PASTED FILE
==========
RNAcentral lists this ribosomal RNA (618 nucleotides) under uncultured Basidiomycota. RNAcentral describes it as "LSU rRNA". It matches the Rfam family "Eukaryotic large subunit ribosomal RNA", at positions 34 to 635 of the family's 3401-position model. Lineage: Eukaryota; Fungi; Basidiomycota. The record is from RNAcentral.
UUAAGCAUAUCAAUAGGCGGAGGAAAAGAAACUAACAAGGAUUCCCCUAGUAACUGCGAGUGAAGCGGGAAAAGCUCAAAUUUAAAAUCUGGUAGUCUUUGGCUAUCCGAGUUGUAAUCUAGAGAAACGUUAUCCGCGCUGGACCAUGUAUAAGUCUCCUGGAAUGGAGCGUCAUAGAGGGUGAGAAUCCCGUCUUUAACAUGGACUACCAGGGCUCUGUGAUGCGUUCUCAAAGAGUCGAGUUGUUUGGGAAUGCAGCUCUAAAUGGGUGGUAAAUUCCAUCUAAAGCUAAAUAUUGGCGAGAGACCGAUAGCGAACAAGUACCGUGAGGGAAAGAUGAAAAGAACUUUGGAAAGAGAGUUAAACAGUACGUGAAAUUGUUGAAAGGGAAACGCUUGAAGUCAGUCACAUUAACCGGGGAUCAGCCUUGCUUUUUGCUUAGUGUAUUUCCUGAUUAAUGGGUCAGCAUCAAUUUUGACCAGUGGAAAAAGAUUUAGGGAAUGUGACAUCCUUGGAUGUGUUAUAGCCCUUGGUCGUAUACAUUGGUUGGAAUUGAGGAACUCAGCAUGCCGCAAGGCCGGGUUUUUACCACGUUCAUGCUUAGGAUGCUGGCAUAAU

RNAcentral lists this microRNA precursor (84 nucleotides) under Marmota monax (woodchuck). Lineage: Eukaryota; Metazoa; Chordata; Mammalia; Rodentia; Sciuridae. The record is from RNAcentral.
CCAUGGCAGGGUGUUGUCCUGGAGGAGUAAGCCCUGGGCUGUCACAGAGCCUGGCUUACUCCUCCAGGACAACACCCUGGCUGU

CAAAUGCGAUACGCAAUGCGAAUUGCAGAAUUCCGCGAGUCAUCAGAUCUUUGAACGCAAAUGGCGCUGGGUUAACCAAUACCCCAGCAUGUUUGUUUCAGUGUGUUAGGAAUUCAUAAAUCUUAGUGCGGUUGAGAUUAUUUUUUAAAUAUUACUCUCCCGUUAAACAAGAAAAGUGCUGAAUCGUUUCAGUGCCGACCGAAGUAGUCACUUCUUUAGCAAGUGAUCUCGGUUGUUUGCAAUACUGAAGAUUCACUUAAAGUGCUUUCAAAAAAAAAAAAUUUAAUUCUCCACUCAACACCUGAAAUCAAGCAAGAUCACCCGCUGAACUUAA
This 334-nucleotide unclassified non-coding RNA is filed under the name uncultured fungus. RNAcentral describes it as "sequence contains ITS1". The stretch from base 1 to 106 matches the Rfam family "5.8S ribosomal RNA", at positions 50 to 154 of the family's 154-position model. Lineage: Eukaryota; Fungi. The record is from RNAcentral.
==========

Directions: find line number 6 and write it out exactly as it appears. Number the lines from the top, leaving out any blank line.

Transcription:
This 334-nucleotide unclassified non-coding RNA is filed under the name uncultured fungus. RNAcentral describes it as "sequence contains ITS1". The stretch from base 1 to 106 matches the Rfam family "5.8S ribosomal RNA", at positions 50 to 154 of the family's 154-position model. Lineage: Eukaryota; Fungi. The record is from RNAcentral.